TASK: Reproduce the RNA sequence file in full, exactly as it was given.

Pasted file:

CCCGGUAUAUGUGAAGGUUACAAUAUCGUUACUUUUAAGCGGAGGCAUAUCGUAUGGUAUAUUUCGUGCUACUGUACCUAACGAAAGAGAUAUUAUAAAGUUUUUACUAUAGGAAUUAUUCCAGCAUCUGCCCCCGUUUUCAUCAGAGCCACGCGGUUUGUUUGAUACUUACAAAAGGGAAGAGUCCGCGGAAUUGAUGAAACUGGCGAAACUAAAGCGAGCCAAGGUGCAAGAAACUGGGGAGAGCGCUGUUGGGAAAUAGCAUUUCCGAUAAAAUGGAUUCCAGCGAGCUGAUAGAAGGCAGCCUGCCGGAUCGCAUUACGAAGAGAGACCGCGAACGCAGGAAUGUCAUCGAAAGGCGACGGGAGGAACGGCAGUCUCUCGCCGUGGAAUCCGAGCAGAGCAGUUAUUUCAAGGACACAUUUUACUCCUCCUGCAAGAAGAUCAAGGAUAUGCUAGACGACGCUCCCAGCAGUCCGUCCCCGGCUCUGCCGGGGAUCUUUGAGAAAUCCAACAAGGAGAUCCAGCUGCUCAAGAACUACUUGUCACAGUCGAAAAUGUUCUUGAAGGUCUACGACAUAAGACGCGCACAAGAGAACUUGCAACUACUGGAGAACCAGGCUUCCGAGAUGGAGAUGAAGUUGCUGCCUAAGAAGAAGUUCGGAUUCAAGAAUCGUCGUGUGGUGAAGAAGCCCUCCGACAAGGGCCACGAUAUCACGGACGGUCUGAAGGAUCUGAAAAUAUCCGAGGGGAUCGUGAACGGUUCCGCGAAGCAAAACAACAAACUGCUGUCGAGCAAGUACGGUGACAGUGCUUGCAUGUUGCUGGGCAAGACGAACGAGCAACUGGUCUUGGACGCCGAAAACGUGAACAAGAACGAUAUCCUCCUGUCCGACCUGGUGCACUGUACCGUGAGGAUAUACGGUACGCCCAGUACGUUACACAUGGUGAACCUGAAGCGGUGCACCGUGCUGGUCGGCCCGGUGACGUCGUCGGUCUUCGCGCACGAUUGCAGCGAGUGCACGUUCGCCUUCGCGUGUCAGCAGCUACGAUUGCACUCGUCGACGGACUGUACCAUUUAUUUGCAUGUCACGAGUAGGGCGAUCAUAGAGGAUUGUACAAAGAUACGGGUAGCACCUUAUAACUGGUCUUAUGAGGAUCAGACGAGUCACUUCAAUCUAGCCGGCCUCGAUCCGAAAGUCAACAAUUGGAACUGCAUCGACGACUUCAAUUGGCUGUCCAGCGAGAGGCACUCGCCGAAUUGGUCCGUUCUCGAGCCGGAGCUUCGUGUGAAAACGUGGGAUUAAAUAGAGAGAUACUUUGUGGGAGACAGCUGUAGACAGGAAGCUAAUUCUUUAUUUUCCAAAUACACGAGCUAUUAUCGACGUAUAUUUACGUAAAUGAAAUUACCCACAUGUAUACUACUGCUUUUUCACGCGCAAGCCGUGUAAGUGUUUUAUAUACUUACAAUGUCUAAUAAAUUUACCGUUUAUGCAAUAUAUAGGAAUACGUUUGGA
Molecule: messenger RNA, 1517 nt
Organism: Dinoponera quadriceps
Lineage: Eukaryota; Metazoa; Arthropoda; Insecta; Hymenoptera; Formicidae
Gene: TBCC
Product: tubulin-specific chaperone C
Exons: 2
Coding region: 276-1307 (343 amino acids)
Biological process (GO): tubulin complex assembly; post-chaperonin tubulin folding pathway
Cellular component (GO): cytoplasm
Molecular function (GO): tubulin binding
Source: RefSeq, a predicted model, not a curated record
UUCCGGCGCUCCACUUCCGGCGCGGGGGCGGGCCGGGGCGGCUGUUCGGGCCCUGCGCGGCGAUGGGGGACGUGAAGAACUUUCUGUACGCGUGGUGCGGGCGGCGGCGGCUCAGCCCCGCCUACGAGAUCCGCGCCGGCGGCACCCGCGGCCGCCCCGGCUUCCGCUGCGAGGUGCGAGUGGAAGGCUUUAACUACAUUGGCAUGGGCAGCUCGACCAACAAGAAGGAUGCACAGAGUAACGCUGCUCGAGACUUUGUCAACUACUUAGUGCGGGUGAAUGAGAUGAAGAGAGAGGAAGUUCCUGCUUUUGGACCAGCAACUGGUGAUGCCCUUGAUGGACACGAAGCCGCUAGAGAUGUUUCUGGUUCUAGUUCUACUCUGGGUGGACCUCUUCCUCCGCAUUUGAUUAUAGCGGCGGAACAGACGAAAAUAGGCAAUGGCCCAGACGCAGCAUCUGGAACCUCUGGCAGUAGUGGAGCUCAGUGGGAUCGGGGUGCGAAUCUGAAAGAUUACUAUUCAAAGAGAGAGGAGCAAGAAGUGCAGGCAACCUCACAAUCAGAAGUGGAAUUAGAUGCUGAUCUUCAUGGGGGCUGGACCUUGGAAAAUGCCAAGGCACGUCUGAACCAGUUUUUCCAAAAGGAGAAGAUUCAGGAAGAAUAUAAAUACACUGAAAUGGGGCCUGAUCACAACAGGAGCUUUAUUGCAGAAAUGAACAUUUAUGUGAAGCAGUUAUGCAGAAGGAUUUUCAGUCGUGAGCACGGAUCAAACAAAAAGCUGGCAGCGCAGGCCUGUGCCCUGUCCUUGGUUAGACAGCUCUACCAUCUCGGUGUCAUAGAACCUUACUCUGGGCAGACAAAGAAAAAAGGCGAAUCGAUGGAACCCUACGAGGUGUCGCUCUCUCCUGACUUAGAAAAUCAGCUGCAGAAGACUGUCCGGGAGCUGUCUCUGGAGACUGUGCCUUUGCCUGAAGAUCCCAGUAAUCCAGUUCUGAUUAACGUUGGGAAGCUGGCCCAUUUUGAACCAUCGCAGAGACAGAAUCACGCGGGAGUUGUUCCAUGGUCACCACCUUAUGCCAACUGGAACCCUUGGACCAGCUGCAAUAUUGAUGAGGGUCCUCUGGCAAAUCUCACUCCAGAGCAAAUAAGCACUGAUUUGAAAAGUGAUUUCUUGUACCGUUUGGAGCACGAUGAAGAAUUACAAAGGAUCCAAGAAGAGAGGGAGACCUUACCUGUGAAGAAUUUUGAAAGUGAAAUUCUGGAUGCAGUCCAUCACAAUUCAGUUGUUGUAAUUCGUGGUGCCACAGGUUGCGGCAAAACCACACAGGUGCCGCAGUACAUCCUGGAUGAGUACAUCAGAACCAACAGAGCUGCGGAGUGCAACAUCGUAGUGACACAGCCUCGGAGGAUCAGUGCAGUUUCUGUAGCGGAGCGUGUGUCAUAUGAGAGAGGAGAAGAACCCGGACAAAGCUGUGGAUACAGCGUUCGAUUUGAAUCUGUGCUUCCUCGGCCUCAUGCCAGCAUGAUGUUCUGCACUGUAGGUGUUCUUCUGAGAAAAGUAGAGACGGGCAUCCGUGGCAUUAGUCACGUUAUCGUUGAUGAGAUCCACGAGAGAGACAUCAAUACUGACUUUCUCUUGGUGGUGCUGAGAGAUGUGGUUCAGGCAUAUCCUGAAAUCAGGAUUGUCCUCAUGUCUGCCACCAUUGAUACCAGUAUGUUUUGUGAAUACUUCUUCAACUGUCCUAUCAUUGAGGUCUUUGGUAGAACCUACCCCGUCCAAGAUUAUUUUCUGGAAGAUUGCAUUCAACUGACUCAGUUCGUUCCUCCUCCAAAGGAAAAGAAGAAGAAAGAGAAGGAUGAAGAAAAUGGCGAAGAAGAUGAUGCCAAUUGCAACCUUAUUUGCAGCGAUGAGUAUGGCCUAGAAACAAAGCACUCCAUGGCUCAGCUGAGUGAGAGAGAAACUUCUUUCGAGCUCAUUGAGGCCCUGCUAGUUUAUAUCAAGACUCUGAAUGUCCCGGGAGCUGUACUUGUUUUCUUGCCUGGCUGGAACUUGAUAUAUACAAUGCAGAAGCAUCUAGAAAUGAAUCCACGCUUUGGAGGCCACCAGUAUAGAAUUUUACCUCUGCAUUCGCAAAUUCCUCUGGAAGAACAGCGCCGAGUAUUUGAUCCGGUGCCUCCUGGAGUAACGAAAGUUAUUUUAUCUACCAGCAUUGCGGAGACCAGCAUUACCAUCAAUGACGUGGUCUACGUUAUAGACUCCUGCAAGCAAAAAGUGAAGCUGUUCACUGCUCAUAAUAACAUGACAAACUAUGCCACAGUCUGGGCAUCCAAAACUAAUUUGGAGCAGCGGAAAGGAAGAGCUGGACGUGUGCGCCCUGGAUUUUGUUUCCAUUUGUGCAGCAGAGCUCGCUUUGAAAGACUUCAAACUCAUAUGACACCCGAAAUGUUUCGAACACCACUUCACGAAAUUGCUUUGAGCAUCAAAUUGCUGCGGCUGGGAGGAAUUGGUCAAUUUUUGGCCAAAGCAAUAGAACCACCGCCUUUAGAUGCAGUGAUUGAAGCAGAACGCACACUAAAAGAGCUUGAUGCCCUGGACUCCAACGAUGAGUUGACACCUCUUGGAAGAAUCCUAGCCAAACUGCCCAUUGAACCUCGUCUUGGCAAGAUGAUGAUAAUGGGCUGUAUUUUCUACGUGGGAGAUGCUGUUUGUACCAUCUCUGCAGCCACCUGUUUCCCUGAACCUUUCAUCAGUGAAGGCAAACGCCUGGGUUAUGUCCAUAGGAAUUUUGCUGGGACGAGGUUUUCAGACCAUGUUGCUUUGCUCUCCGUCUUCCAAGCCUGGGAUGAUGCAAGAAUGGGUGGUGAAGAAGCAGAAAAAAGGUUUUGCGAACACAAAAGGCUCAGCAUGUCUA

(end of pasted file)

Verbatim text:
CCCGGUAUAUGUGAAGGUUACAAUAUCGUUACUUUUAAGCGGAGGCAUAUCGUAUGGUAUAUUUCGUGCUACUGUACCUAACGAAAGAGAUAUUAUAAAGUUUUUACUAUAGGAAUUAUUCCAGCAUCUGCCCCCGUUUUCAUCAGAGCCACGCGGUUUGUUUGAUACUUACAAAAGGGAAGAGUCCGCGGAAUUGAUGAAACUGGCGAAACUAAAGCGAGCCAAGGUGCAAGAAACUGGGGAGAGCGCUGUUGGGAAAUAGCAUUUCCGAUAAAAUGGAUUCCAGCGAGCUGAUAGAAGGCAGCCUGCCGGAUCGCAUUACGAAGAGAGACCGCGAACGCAGGAAUGUCAUCGAAAGGCGACGGGAGGAACGGCAGUCUCUCGCCGUGGAAUCCGAGCAGAGCAGUUAUUUCAAGGACACAUUUUACUCCUCCUGCAAGAAGAUCAAGGAUAUGCUAGACGACGCUCCCAGCAGUCCGUCCCCGGCUCUGCCGGGGAUCUUUGAGAAAUCCAACAAGGAGAUCCAGCUGCUCAAGAACUACUUGUCACAGUCGAAAAUGUUCUUGAAGGUCUACGACAUAAGACGCGCACAAGAGAACUUGCAACUACUGGAGAACCAGGCUUCCGAGAUGGAGAUGAAGUUGCUGCCUAAGAAGAAGUUCGGAUUCAAGAAUCGUCGUGUGGUGAAGAAGCCCUCCGACAAGGGCCACGAUAUCACGGACGGUCUGAAGGAUCUGAAAAUAUCCGAGGGGAUCGUGAACGGUUCCGCGAAGCAAAACAACAAACUGCUGUCGAGCAAGUACGGUGACAGUGCUUGCAUGUUGCUGGGCAAGACGAACGAGCAACUGGUCUUGGACGCCGAAAACGUGAACAAGAACGAUAUCCUCCUGUCCGACCUGGUGCACUGUACCGUGAGGAUAUACGGUACGCCCAGUACGUUACACAUGGUGAACCUGAAGCGGUGCACCGUGCUGGUCGGCCCGGUGACGUCGUCGGUCUUCGCGCACGAUUGCAGCGAGUGCACGUUCGCCUUCGCGUGUCAGCAGCUACGAUUGCACUCGUCGACGGACUGUACCAUUUAUUUGCAUGUCACGAGUAGGGCGAUCAUAGAGGAUUGUACAAAGAUACGGGUAGCACCUUAUAACUGGUCUUAUGAGGAUCAGACGAGUCACUUCAAUCUAGCCGGCCUCGAUCCGAAAGUCAACAAUUGGAACUGCAUCGACGACUUCAAUUGGCUGUCCAGCGAGAGGCACUCGCCGAAUUGGUCCGUUCUCGAGCCGGAGCUUCGUGUGAAAACGUGGGAUUAAAUAGAGAGAUACUUUGUGGGAGACAGCUGUAGACAGGAAGCUAAUUCUUUAUUUUCCAAAUACACGAGCUAUUAUCGACGUAUAUUUACGUAAAUGAAAUUACCCACAUGUAUACUACUGCUUUUUCACGCGCAAGCCGUGUAAGUGUUUUAUAUACUUACAAUGUCUAAUAAAUUUACCGUUUAUGCAAUAUAUAGGAAUACGUUUGGA
Molecule: messenger RNA, 1517 nt
Organism: Dinoponera quadriceps
Lineage: Eukaryota; Metazoa; Arthropoda; Insecta; Hymenoptera; Formicidae
Gene: TBCC
Product: tubulin-specific chaperone C
Exons: 2
Coding region: 276-1307 (343 amino acids)
Biological process (GO): tubulin complex assembly; post-chaperonin tubulin folding pathway
Cellular component (GO): cytoplasm
Molecular function (GO): tubulin binding
Source: RefSeq, a predicted model, not a curated record
UUCCGGCGCUCCACUUCCGGCGCGGGGGCGGGCCGGGGCGGCUGUUCGGGCCCUGCGCGGCGAUGGGGGACGUGAAGAACUUUCUGUACGCGUGGUGCGGGCGGCGGCGGCUCAGCCCCGCCUACGAGAUCCGCGCCGGCGGCACCCGCGGCCGCCCCGGCUUCCGCUGCGAGGUGCGAGUGGAAGGCUUUAACUACAUUGGCAUGGGCAGCUCGACCAACAAGAAGGAUGCACAGAGUAACGCUGCUCGAGACUUUGUCAACUACUUAGUGCGGGUGAAUGAGAUGAAGAGAGAGGAAGUUCCUGCUUUUGGACCAGCAACUGGUGAUGCCCUUGAUGGACACGAAGCCGCUAGAGAUGUUUCUGGUUCUAGUUCUACUCUGGGUGGACCUCUUCCUCCGCAUUUGAUUAUAGCGGCGGAACAGACGAAAAUAGGCAAUGGCCCAGACGCAGCAUCUGGAACCUCUGGCAGUAGUGGAGCUCAGUGGGAUCGGGGUGCGAAUCUGAAAGAUUACUAUUCAAAGAGAGAGGAGCAAGAAGUGCAGGCAACCUCACAAUCAGAAGUGGAAUUAGAUGCUGAUCUUCAUGGGGGCUGGACCUUGGAAAAUGCCAAGGCACGUCUGAACCAGUUUUUCCAAAAGGAGAAGAUUCAGGAAGAAUAUAAAUACACUGAAAUGGGGCCUGAUCACAACAGGAGCUUUAUUGCAGAAAUGAACAUUUAUGUGAAGCAGUUAUGCAGAAGGAUUUUCAGUCGUGAGCACGGAUCAAACAAAAAGCUGGCAGCGCAGGCCUGUGCCCUGUCCUUGGUUAGACAGCUCUACCAUCUCGGUGUCAUAGAACCUUACUCUGGGCAGACAAAGAAAAAAGGCGAAUCGAUGGAACCCUACGAGGUGUCGCUCUCUCCUGACUUAGAAAAUCAGCUGCAGAAGACUGUCCGGGAGCUGUCUCUGGAGACUGUGCCUUUGCCUGAAGAUCCCAGUAAUCCAGUUCUGAUUAACGUUGGGAAGCUGGCCCAUUUUGAACCAUCGCAGAGACAGAAUCACGCGGGAGUUGUUCCAUGGUCACCACCUUAUGCCAACUGGAACCCUUGGACCAGCUGCAAUAUUGAUGAGGGUCCUCUGGCAAAUCUCACUCCAGAGCAAAUAAGCACUGAUUUGAAAAGUGAUUUCUUGUACCGUUUGGAGCACGAUGAAGAAUUACAAAGGAUCCAAGAAGAGAGGGAGACCUUACCUGUGAAGAAUUUUGAAAGUGAAAUUCUGGAUGCAGUCCAUCACAAUUCAGUUGUUGUAAUUCGUGGUGCCACAGGUUGCGGCAAAACCACACAGGUGCCGCAGUACAUCCUGGAUGAGUACAUCAGAACCAACAGAGCUGCGGAGUGCAACAUCGUAGUGACACAGCCUCGGAGGAUCAGUGCAGUUUCUGUAGCGGAGCGUGUGUCAUAUGAGAGAGGAGAAGAACCCGGACAAAGCUGUGGAUACAGCGUUCGAUUUGAAUCUGUGCUUCCUCGGCCUCAUGCCAGCAUGAUGUUCUGCACUGUAGGUGUUCUUCUGAGAAAAGUAGAGACGGGCAUCCGUGGCAUUAGUCACGUUAUCGUUGAUGAGAUCCACGAGAGAGACAUCAAUACUGACUUUCUCUUGGUGGUGCUGAGAGAUGUGGUUCAGGCAUAUCCUGAAAUCAGGAUUGUCCUCAUGUCUGCCACCAUUGAUACCAGUAUGUUUUGUGAAUACUUCUUCAACUGUCCUAUCAUUGAGGUCUUUGGUAGAACCUACCCCGUCCAAGAUUAUUUUCUGGAAGAUUGCAUUCAACUGACUCAGUUCGUUCCUCCUCCAAAGGAAAAGAAGAAGAAAGAGAAGGAUGAAGAAAAUGGCGAAGAAGAUGAUGCCAAUUGCAACCUUAUUUGCAGCGAUGAGUAUGGCCUAGAAACAAAGCACUCCAUGGCUCAGCUGAGUGAGAGAGAAACUUCUUUCGAGCUCAUUGAGGCCCUGCUAGUUUAUAUCAAGACUCUGAAUGUCCCGGGAGCUGUACUUGUUUUCUUGCCUGGCUGGAACUUGAUAUAUACAAUGCAGAAGCAUCUAGAAAUGAAUCCACGCUUUGGAGGCCACCAGUAUAGAAUUUUACCUCUGCAUUCGCAAAUUCCUCUGGAAGAACAGCGCCGAGUAUUUGAUCCGGUGCCUCCUGGAGUAACGAAAGUUAUUUUAUCUACCAGCAUUGCGGAGACCAGCAUUACCAUCAAUGACGUGGUCUACGUUAUAGACUCCUGCAAGCAAAAAGUGAAGCUGUUCACUGCUCAUAAUAACAUGACAAACUAUGCCACAGUCUGGGCAUCCAAAACUAAUUUGGAGCAGCGGAAAGGAAGAGCUGGACGUGUGCGCCCUGGAUUUUGUUUCCAUUUGUGCAGCAGAGCUCGCUUUGAAAGACUUCAAACUCAUAUGACACCCGAAAUGUUUCGAACACCACUUCACGAAAUUGCUUUGAGCAUCAAAUUGCUGCGGCUGGGAGGAAUUGGUCAAUUUUUGGCCAAAGCAAUAGAACCACCGCCUUUAGAUGCAGUGAUUGAAGCAGAACGCACACUAAAAGAGCUUGAUGCCCUGGACUCCAACGAUGAGUUGACACCUCUUGGAAGAAUCCUAGCCAAACUGCCCAUUGAACCUCGUCUUGGCAAGAUGAUGAUAAUGGGCUGUAUUUUCUACGUGGGAGAUGCUGUUUGUACCAUCUCUGCAGCCACCUGUUUCCCUGAACCUUUCAUCAGUGAAGGCAAACGCCUGGGUUAUGUCCAUAGGAAUUUUGCUGGGACGAGGUUUUCAGACCAUGUUGCUUUGCUCUCCGUCUUCCAAGCCUGGGAUGAUGCAAGAAUGGGUGGUGAAGAAGCAGAAAAAAGGUUUUGCGAACACAAAAGGCUCAGCAUGUCUA